From 2010 to 2016, the Pittsburgh metro area saw a negative net migration of about 12,000 native-born residents. This means that about 12,000 more American-born people left the region than arrived here over those six years. In this same time span, the region saw a positive international migration of more than 22,000 people. The region still saw a lot more deaths than births and lost overall population, but in short, immigrants have been propping up the Pittsburgh
metro area population.
But on Aug. 2, President Donald Trump held a press conference where he gave support to the Reforming American Immigration for Strong Employment (RAISE) Act, which seeks to cut legal immigration up to 50 percent and give priorities to English-speaking immigrants, among other reforms. The bill was introduced by co-sponsors U.S. senators Tom Cotton (R-Arkansas) and David Perdue (R-Georgia).
U.S. Rep. Mike Doyle
(D-Forest Hills), whose district encompasses Pittsburgh, McKeesport and New Kensington, says this bill goes against what Pittsburgh and the region are trying to accomplish. He says he wants people to move here, regardless of what country they were born in.
“Our city is very friendly that way,” says Doyle. "[Pittsburgh] Mayor [Bill] Peduto and a number of us want people. If they are working hard, paying their taxes and are good citizens, we want to find a way to help them be in Pittsburgh.”
Doyle says efforts like the RAISE Act to limit immigration could have a negative effect on Pittsburgh. He says when he met with 20 CEOs at the recent Innovation Summit at the University of Pittsburgh in April, the most important thing the CEOs brought up was an emphasis on access to a skilled workforce. He says Pittsburgh's growing tech industries, like robotics and autonomous vehicles, could be hurt by the RAISE Act because the bill could limit those industries' ability to recruit employees. Even though many of Pittsburgh's immigrants are highly skilled and educated, the strictness of the RAISE Act would create barriers.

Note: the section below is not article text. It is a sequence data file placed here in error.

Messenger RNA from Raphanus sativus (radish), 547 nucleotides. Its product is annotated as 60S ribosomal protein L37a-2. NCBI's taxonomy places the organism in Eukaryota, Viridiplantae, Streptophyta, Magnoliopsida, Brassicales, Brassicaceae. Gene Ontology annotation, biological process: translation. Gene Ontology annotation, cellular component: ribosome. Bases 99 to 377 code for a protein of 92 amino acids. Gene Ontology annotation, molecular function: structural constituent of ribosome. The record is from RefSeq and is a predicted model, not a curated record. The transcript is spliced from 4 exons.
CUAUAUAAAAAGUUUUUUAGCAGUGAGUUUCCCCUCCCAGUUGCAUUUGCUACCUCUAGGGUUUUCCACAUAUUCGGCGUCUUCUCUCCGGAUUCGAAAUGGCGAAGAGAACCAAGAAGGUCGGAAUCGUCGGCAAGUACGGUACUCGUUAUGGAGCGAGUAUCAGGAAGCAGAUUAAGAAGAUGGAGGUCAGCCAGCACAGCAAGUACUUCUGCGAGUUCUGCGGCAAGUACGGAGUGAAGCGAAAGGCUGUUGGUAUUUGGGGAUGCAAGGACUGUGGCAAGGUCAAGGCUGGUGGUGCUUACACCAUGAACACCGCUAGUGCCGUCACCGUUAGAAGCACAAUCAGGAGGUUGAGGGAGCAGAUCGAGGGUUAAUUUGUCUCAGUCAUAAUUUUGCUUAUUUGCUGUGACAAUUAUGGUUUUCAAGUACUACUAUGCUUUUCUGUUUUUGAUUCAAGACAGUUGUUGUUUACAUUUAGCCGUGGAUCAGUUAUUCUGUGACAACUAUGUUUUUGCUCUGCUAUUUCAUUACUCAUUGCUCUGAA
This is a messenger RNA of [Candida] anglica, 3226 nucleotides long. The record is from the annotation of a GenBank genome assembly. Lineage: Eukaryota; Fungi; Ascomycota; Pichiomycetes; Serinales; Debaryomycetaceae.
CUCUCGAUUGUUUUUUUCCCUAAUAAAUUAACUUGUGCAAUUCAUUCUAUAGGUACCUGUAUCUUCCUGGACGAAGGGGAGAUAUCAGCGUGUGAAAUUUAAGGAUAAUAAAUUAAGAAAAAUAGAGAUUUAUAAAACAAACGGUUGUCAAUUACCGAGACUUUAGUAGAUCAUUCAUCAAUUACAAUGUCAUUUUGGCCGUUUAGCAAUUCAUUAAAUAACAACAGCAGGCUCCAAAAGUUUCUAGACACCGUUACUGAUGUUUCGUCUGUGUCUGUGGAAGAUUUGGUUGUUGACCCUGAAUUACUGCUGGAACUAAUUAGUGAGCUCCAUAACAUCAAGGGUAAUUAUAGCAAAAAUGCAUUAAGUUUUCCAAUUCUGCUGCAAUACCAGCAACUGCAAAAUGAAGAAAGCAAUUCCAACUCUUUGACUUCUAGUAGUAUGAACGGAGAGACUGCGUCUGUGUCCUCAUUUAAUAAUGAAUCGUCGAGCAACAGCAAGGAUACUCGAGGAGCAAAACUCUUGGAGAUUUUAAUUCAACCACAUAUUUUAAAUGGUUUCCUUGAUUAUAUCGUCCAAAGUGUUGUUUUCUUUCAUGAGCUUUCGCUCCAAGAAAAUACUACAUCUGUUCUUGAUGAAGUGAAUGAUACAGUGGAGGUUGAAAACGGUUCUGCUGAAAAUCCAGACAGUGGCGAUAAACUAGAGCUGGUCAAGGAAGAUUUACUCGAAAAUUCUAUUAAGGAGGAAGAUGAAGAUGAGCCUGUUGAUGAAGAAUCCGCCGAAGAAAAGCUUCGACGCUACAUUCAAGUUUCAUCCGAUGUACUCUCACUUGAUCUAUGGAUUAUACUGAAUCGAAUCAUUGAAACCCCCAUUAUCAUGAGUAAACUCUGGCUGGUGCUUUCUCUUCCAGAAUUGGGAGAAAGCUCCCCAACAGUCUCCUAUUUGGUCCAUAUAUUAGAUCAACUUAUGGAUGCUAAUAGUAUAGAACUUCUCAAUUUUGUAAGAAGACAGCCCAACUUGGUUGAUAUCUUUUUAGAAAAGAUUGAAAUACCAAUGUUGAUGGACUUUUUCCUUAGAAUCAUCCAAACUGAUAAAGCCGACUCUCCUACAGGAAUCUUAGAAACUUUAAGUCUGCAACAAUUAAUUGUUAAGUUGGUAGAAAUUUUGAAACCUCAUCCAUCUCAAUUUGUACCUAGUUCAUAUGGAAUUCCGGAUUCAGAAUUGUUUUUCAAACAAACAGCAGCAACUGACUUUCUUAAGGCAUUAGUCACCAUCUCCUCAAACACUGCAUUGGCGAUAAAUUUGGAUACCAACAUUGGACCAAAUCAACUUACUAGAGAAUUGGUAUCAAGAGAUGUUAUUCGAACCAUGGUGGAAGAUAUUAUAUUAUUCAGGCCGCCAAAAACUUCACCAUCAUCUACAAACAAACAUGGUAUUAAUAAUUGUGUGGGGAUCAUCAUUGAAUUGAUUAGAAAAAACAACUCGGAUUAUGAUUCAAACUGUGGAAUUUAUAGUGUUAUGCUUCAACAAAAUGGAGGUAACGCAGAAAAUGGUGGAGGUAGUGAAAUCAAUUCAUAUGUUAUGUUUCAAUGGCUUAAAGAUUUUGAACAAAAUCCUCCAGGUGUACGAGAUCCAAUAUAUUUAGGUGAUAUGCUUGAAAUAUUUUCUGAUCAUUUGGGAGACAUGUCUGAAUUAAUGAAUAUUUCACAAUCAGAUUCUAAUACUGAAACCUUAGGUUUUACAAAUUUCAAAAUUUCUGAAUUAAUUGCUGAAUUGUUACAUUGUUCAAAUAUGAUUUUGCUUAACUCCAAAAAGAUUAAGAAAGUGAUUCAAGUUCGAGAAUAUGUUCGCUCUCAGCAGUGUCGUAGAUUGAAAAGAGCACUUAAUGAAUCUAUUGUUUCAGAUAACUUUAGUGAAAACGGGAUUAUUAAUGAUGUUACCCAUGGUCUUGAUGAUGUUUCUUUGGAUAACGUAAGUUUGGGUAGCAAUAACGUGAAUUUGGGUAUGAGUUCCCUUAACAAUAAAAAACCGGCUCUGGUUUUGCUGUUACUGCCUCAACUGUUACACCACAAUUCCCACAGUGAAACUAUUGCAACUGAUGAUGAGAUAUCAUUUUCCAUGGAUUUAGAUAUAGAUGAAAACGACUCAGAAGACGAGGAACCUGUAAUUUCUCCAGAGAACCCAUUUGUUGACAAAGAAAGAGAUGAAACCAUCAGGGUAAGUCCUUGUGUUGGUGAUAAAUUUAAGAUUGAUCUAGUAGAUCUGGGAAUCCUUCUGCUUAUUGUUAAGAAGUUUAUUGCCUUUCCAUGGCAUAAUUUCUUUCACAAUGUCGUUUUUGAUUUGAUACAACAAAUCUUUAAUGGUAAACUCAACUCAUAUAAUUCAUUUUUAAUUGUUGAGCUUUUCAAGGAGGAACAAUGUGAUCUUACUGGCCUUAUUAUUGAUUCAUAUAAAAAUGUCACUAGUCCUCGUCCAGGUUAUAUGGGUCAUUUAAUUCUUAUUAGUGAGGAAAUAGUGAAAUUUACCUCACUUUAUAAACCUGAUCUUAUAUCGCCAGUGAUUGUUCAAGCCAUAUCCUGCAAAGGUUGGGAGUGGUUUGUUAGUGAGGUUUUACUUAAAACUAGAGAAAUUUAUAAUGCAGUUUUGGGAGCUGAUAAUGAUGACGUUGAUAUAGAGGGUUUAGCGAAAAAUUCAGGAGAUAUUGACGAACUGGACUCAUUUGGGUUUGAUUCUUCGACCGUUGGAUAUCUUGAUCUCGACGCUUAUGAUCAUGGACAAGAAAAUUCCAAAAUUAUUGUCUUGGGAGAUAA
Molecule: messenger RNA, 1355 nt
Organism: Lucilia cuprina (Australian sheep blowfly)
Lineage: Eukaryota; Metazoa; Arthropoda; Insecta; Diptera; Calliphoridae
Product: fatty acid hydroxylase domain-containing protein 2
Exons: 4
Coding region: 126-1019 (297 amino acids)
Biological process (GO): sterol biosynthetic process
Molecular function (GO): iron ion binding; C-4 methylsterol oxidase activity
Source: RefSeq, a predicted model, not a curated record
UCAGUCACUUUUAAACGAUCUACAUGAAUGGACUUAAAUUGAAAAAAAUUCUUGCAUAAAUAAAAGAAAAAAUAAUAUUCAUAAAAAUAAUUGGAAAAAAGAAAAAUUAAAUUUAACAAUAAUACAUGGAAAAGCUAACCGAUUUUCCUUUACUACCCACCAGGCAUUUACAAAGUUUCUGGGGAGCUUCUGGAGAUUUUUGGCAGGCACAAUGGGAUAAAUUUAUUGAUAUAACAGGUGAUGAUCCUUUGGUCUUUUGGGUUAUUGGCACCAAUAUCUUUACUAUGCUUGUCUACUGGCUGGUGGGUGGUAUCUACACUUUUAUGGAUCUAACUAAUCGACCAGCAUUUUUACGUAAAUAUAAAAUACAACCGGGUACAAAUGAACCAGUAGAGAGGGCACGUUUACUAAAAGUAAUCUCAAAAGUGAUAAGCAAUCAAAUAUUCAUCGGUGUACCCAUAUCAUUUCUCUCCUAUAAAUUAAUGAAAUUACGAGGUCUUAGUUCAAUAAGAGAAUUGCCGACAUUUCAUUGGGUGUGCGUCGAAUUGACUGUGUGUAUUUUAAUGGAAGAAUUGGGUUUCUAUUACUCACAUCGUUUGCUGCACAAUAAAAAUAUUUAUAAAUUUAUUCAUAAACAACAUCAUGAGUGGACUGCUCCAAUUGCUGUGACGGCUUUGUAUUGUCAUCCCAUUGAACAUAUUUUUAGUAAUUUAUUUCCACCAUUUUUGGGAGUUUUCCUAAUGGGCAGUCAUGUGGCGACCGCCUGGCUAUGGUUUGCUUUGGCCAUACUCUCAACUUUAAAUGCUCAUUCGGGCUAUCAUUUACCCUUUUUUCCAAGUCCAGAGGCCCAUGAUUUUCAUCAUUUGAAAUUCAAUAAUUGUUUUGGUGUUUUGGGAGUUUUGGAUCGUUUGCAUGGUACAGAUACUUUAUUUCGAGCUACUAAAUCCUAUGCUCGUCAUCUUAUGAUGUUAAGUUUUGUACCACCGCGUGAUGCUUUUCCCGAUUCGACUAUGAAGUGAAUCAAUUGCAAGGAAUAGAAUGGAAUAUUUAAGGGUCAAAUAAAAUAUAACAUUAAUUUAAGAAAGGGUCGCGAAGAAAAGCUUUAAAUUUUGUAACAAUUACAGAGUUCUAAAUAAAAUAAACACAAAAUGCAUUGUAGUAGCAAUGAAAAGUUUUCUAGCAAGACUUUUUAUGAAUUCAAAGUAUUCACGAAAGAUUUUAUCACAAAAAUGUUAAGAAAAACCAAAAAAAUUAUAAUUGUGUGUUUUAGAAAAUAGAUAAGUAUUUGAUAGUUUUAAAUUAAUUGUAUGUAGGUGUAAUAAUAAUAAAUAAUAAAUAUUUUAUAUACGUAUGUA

The RAISE Act favors immigrants who are younger than 30, have a doctorate, and have a job offer with a high salary, but an immigrant who is older than 35 years old, has a foreign master’s degree in a STEM field, speaks good, but not excellent, English, and has a job waiting that will pay just under $100,000 a year, still wouldn’t qualify. Many large companies from the tech industry
have widely criticized the bill.
“When you think of the immigration that is coming to Pittsburgh, many of it is coming from India and Asia, and these people are highly skilled that are filling a need that is not being met locally,” says Doyle. “I know we have a debate about whether that is true, and [whether immigration] is being used to depress wages. While we are getting more people, especially young people, interested in the STEM fields, but as we speak today, there is still a critical shortage.”
Doyle was also critical of the way Trump presented the immigration reform.
“The problem with Trump is he demonizes people,” says Doyle. “He has people believing for whatever reasons that immigrants are not going to be productive citizens. That is why he wants to lower the quota for legal immigration, and why he is putting these new restrictions on them.”
Doyle says that immigrants he has met are hardworking and are focused on starting families and businesses. He says immigrants are an important factor in the Pittsburgh economy and that Trump doesn’t understand that.
A study put out by Allegheny County showed that in 2014 immigrants in the county contributed $217 million in state and local taxes
and had a spending power of $1.8 billion that year. (This makes up 6.3 percent of the county’s spending power, which is above the percentage of the county’s immigrant population.)
Doyle would like to see Congress tackle immigration reform, but he wants it done with work from Democrats and Republicans.
The RAISE Act, however, only has support from Trump’s administration and two Republican senators. It has opposition from Democrats and many Republicans, including senators Lindsey Graham (R-South Carolina), Ron Johnson (R-Wisconsin) and Marco Rubio (R-Florida).